3. Do not spread on your hands or clothing.  After handling a rabbit, wash your hands.  Avoid handling rabbits that are not yours.  Before handling rabbits in different locations, change clothes and shoes as well as wash your hands.  Ensure that everyone who visits your rabbits washes their hands thoroughly before touching your rabbits and wears protective clothing such as coveralls, shoes covers, hair covers and gloves.

  4. Avoid borrowing equipment.  If you need to borrow equipment or if you buy used equipment, thoroughly scrub with a 10% bleach and water solution (1 part bleach, 9 parts water), leaving it to soak for at least 10 minutes before rinsing and letting dry.

  5. Do not add new rabbits.  If you must, make sure they are kept in a separate housing area.  Do not use the same equipment for the new and old rabbits.   

  6. If you find a deceased rabbit, report it to Veterinary Public Health at 213-288-7060 or email this reporting form to  Double-bag the body, spray the outside of each bag with diluted bleach (1 part bleach, 9 parts water), and then dispose of the bag into an outdoor garbage receptacle.  Wash your hands thoroughly and change clothes or disinfect all clothing/footwear/equipment used before handling other rabbits.  For additional instructions, click here

Is there a vaccine for RHD?

Currently, there is no approved vaccine for RHD available in the United States.  However, veterinarians in California are able to order an imported vaccine from Europe.  The steps are as follows:

  1. Choose which vaccine you want to import:

    • Eravac (contact

    • Filavac (contact

  2. Complete the online APHIS Form 2005 found at

    • Contact the USDA Center for Veterinary Biologics (CVB) at if you have any questions.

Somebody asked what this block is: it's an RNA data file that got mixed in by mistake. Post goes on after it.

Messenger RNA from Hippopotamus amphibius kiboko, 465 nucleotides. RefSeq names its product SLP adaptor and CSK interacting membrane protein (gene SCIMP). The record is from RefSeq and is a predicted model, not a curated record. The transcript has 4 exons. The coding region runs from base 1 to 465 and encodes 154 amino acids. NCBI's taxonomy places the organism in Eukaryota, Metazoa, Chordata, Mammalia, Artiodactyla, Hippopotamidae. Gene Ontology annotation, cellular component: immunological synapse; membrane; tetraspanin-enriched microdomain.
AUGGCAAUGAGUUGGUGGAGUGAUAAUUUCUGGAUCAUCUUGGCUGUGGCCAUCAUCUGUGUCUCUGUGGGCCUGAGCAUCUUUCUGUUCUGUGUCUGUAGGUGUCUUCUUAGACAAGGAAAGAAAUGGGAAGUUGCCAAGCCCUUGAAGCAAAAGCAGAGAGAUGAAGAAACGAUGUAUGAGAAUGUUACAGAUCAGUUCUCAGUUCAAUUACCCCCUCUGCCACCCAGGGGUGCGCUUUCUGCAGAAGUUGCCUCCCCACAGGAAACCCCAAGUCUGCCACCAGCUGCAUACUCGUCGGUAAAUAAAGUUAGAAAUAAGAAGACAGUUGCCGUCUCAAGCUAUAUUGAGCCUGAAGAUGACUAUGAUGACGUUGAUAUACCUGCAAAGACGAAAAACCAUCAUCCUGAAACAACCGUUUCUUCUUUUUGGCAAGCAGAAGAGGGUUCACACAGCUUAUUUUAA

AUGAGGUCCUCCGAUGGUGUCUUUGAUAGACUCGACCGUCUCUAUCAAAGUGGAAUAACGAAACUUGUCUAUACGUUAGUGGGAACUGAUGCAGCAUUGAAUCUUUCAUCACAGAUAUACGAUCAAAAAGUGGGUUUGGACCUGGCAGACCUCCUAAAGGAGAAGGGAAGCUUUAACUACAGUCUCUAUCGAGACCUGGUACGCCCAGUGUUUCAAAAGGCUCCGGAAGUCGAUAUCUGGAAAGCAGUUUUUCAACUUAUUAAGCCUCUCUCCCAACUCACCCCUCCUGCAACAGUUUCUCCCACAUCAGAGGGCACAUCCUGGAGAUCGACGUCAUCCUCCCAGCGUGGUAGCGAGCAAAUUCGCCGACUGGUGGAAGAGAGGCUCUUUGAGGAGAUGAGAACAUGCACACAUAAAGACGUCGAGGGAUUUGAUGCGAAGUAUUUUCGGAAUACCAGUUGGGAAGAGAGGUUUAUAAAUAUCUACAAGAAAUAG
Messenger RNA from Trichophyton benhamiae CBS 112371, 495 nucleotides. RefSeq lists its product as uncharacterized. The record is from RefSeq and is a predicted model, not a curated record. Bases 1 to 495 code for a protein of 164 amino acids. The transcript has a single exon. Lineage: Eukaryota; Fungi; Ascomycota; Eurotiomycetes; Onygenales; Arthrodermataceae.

3. It is recommended to find a customs broker who handles vaccine importations.

  4. Decide how much of the vaccine you want to order. 

    • Consider ordering with a group of vets to decrease the cost.

  5. Email CDFA at with the following information:

    • Vaccine you want

    • Number of doses to order

    • Veterinarian name

    • Clinic name, address, email and phone number.

  6. You will be sent an approval letter from the State Veterinarian

    • This is required to approve the APHIS 2005 Form.

  7. Attach your CDFA approval letter to the APHIS Form 2005.

  8. After the CVB issues your permit, place an order with the vaccine company.

  9. Send CDFA the list of vets you are sharing the vaccine order with, if applicable. 

Where can I get my rabbit vaccinated for RHD?

Contact your primary veterinarian first to see if their veterinary clinic carries the RHD vaccine.  A brief listing of vet clinics that may carry the RHD vaccine can be found here.  *Please note that this list is provided as a starting point to aid in connecting rabbit owners to veterinarians that offer the RHD vaccine.  This list is not complete and Los Angeles County Department of Public Health does not endorse any individual clinic, veterinarian, or rescue listed.


How can I report a potential RHD rabbit?

Rabbit Hemorrhagic Disease is a reportable condition in Los Angeles County as well as in California and in the United States, in general.

To report a case in Los Angeles County:

  • Call 213-288-7060 and ask to speak to the veterinarian on duty (Monday-Friday, 8am-5pm), or

  • Complete the reporting form here and email to or fax to 213-481-2375

To report a case outside of Los Angeles County:

  • For domestic rabbits/feral domestic rabbits - Call CDFA at 909-947-4462

  • For wild rabbits - Call CDFW at 916-358-2790


For More Information:

Regulatory Diseases of Concern in Rabbits - CDFA

Rabbit Hemorrhagic Disease In the United States - USDA pdf icon1

Rabbit Hemorrhagic Disease Factsheet - USDA pdf icon1

List O: Disinfectants For Use Against RHDV2 - USDA


To stay up to date on emerging animal health issues, veterinary professionals are encouraged to join the Animal Health Alert Network (AHAN) to receive updates and alerts via email.  Complete the online form here or fill out the form by hand and email it to


Last updated: May 11, 2021

Public Health has made reasonable efforts to provide accurate translation. However, no computerized translation is perfect and is not intended to replace traditional translation methods. If questions arise concerning the accuracy of the information, please refer to the English edition of the website, which is the official version.